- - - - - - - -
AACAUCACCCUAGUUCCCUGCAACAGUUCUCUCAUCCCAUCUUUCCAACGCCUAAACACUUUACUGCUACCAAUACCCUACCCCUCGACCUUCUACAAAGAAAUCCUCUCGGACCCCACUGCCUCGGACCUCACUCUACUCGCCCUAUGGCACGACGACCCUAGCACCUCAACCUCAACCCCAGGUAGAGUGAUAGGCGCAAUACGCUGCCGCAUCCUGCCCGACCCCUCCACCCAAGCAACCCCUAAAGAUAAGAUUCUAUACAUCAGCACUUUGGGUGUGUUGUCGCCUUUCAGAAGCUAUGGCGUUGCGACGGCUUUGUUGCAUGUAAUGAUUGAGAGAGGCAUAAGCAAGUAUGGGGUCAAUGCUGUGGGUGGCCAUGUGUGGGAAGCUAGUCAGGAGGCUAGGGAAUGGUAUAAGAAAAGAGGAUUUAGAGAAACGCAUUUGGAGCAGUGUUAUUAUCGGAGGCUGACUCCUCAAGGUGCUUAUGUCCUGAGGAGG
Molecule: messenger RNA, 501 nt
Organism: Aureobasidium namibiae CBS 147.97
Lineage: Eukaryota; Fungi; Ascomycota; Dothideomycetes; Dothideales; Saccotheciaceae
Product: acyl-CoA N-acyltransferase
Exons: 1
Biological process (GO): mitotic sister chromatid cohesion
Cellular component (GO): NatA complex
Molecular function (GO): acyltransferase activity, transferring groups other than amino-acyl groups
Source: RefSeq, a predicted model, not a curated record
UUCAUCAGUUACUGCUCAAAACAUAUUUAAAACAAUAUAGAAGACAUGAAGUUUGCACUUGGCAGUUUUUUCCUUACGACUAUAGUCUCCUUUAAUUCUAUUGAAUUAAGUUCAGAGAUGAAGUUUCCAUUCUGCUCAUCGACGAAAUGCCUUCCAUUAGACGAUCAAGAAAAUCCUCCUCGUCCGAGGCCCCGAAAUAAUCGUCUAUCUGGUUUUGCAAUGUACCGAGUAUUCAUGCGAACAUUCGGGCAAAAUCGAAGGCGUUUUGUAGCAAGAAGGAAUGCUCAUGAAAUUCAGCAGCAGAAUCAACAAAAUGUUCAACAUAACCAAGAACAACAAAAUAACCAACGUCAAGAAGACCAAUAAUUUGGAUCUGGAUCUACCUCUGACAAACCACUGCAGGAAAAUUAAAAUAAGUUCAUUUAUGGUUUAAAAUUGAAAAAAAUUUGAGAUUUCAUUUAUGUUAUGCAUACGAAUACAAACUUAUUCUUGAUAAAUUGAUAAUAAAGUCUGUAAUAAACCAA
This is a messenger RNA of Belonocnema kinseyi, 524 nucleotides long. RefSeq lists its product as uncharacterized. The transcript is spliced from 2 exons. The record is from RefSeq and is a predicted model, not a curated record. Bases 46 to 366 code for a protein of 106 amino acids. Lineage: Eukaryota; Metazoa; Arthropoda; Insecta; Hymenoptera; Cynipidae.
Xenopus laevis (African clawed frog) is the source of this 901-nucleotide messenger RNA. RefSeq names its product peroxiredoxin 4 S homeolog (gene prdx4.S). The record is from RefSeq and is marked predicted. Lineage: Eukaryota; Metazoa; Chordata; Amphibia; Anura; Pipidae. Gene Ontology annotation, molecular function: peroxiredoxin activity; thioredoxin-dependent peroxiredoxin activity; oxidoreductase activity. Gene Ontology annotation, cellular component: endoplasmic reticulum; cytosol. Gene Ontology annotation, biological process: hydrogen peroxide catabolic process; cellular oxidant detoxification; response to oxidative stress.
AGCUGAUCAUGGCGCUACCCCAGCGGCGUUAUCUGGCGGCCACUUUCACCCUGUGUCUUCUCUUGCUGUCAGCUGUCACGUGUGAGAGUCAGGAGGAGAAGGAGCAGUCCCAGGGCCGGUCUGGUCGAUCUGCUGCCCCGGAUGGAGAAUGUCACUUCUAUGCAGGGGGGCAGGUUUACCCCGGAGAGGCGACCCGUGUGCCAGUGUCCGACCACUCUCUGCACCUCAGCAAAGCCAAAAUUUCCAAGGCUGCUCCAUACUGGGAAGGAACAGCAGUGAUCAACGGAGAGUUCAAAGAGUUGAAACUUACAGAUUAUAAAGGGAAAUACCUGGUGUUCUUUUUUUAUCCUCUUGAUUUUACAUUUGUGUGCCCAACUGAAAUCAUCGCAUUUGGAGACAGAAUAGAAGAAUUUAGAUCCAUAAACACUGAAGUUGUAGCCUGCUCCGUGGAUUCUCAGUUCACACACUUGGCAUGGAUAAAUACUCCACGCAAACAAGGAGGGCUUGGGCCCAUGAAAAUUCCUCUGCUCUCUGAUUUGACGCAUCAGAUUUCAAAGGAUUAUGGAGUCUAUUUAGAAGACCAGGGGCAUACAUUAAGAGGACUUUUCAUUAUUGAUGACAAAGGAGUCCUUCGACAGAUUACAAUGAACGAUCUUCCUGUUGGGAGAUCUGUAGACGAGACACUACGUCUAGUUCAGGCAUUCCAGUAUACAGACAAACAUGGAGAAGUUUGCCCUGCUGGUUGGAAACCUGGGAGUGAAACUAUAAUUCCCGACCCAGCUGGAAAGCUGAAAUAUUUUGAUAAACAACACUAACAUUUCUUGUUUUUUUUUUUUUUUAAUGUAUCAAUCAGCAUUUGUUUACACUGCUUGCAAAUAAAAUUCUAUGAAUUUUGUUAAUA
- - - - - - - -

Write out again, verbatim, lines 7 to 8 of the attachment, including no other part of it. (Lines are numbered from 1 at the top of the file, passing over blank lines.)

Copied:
Biological process (GO): mitotic sister chromatid cohesion
Cellular component (GO): NatA complex